I know a few webmasters among my circle of friends, and I know one guy even who’s very wealthy from it. However, I also happen to know a lot more ‘wannabe’ webmasters: people who tell me they’re building a website or that they would love to do what I do, but who never quite get around to it. Then there are the people who have built websites and failed, and in general it seems like there are far fewer successful webmasters out there than people who treat the idea as something of a pipe dream.
This is something that’s very familiar to me. I’m a bodybuilder you see and I’m constantly being told by my friends that they want to become strong and lose weight, and often that they need me to write them a training program. Give it a week though, and they’ve normally forgotten all about it or just given up. So what’s going on?
Well often it’s a common problem that prevents us from succeeding and from really living our dreams – whether those dreams involve running a website or having six pack abs. There are common factors that hold us back, and if we want to really thrive then we need to find ways of overcoming these. Read on and let’s take a look at what could be holding you back and how you can overcome those things…
Failure to Launch
What might surprise you is that in many cases, the real stumbling blocks for webmasters are emotional. It’s not to do with how well they’re doing their SEO, or how good they are at writing: rather it’s down to good-old fear.
So how might fear hold you back as a webmaster? Well the perfect example is the entrepreneur who has built themselves a website and spent years perfecting it, but never actually released it. I knew a guy like this once – he built a social media site for lecturers and researchers that he hoped was going to make him millions and he spent years making sure it was perfect. He spent a fortune on legal advice and on web designers, he tested it on every single computer in the world, and he even paid for market feedback. It took the guy three years to launch the site, and when he eventually did it flopped and he went bust.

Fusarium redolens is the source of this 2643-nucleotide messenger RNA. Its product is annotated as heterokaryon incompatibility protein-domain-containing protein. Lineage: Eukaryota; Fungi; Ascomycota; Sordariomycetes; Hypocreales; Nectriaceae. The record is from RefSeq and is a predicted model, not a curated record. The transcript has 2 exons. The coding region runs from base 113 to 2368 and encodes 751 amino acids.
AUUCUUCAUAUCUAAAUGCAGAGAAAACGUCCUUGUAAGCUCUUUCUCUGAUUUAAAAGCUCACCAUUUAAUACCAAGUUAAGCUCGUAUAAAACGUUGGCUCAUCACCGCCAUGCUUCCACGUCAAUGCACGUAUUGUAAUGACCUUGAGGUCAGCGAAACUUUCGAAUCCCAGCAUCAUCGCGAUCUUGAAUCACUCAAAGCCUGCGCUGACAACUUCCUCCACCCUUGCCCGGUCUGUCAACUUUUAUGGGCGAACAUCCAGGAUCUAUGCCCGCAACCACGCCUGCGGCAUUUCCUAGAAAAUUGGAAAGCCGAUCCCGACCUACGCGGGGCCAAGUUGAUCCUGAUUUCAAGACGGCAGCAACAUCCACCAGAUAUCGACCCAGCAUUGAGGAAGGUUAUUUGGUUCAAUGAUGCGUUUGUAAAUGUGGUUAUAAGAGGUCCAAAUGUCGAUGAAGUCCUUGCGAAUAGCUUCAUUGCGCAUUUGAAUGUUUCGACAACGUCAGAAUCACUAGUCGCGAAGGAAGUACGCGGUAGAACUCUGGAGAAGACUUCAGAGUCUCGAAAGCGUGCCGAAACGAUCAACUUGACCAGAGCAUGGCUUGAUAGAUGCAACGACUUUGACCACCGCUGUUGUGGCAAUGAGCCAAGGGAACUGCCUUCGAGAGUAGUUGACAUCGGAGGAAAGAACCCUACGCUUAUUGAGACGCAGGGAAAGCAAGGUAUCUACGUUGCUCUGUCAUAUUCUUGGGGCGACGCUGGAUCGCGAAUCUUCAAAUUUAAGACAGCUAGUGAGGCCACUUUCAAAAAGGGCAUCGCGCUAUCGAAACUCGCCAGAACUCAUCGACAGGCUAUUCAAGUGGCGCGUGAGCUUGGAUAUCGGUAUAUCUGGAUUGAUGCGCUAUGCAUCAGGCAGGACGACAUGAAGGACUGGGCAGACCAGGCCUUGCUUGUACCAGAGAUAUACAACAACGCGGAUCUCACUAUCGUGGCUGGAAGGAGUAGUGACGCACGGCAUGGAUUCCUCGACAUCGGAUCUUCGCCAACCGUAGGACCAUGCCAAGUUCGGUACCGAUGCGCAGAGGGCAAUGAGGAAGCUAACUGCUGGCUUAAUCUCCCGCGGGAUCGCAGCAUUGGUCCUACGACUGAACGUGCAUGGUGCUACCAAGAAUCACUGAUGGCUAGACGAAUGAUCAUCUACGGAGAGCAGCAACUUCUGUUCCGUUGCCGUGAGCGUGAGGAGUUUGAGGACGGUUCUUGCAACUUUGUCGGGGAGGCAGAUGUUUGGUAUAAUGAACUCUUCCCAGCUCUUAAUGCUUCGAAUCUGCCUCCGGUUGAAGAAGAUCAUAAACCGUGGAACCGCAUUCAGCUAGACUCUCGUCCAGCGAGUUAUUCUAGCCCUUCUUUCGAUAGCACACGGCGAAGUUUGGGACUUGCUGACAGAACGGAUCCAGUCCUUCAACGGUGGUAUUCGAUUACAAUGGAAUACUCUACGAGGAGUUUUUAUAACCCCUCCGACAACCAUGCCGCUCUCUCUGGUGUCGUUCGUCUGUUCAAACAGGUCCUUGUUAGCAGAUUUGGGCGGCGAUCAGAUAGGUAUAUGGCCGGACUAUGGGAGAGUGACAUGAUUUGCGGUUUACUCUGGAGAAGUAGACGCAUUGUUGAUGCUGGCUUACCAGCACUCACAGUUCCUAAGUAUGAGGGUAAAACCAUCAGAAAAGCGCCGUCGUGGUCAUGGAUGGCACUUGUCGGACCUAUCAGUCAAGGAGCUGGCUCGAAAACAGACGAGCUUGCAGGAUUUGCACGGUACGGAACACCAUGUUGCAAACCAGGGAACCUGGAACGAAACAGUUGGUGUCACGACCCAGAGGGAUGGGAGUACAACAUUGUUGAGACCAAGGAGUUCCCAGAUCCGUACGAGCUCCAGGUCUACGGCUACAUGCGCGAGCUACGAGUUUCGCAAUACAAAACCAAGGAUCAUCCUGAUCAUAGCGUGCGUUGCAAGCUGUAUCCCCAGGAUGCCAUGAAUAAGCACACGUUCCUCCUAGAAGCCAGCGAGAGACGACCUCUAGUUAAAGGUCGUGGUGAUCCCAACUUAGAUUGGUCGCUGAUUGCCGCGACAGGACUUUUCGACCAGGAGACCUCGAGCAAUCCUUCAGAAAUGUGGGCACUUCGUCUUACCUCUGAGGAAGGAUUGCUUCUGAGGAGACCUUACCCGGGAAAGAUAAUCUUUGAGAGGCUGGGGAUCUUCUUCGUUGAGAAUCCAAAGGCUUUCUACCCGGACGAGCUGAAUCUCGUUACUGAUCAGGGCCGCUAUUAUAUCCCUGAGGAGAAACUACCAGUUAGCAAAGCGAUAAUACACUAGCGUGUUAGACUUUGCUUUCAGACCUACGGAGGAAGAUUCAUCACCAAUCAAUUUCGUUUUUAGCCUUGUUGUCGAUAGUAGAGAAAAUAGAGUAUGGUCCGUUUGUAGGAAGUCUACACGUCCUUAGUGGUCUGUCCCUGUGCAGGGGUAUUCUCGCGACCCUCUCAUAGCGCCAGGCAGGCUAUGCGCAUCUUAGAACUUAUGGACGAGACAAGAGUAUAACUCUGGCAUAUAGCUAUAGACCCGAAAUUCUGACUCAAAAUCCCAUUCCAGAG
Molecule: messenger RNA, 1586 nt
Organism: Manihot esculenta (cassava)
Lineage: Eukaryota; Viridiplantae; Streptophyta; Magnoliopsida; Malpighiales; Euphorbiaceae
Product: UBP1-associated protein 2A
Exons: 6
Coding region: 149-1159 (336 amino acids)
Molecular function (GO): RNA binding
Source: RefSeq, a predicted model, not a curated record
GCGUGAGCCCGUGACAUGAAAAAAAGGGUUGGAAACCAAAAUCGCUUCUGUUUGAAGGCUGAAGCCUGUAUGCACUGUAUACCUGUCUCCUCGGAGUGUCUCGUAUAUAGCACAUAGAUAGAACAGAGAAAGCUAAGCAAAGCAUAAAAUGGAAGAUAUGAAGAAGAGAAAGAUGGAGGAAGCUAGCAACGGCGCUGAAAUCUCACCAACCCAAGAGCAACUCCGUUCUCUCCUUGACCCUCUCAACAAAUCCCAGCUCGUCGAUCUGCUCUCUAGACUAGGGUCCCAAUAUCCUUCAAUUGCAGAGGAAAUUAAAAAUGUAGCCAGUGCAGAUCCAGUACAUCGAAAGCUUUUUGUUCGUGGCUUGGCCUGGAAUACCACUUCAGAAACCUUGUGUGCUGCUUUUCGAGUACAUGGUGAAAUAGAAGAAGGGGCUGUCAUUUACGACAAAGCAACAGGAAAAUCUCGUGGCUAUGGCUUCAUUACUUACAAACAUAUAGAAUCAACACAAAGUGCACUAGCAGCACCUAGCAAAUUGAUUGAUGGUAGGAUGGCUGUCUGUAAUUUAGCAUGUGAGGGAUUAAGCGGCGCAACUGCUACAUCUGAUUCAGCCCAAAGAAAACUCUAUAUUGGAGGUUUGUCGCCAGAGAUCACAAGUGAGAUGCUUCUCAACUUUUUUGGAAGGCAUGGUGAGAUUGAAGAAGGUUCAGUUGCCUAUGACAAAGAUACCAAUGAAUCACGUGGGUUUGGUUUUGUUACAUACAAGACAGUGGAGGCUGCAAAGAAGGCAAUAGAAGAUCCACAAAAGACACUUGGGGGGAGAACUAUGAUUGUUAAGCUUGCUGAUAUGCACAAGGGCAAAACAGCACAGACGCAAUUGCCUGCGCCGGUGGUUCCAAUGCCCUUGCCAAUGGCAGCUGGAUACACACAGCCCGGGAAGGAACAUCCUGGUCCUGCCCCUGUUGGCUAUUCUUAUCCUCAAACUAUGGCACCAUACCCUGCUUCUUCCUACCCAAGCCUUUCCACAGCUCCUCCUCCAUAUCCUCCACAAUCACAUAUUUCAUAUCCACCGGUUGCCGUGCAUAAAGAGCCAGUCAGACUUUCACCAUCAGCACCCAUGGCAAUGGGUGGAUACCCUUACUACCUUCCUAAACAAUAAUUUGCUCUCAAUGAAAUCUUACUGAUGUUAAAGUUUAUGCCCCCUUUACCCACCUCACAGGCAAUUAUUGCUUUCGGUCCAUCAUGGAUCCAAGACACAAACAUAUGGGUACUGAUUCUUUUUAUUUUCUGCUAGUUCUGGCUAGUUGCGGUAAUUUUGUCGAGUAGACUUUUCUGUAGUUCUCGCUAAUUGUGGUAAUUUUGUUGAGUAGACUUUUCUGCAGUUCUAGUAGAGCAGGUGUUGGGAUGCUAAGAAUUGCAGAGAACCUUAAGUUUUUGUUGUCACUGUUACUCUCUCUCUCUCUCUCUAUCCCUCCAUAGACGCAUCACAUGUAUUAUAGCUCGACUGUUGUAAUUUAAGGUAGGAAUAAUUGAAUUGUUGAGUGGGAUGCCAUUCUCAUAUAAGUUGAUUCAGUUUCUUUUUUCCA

The problem here wasn’t the site though, but rather his lack of faith in it and in himself. This guy clearly was worried that his grand plan would backfire and that it wouldn’t be successful – that would just be too damaging to his ego and too painful after all the hard work he’d put in. As such then, he found it preferable to simply stall the release of his site so that he didn’t have to face that possibility. Ironically though that resulted in him investing too much into the project meaning that it was doomed to fail from the start.
I’ve seen something similar with people who do manage to launch their sites, but then fail to commit to them – just like those people who fail to commit to their new training regimes. Here someone will launch a website or write a program, but then put in a half-hearted effort to make it work and hold back all the while. If you want blogging to be your full-time job then you need to treat it like a full time job – it’s no good just writing a couple of articles a month and thinking that will do.
Again though this often comes down to a fear of failure. These bloggers don’t want to dedicate that much time to their sites because that would leave them without an excuse for failing. If they only go ‘half in’ then they can blame their lack of success on that fact and thus keep their ego intact.
So ask yourself whether emotional issues might be holding you back and how you can get around it. Often all it takes is a bit of confidence building and also the acknowledgement and acceptance of the potential for failure. Go all in, but be ready to and unafraid of failing. If you have a backup plan then this can be all the easier.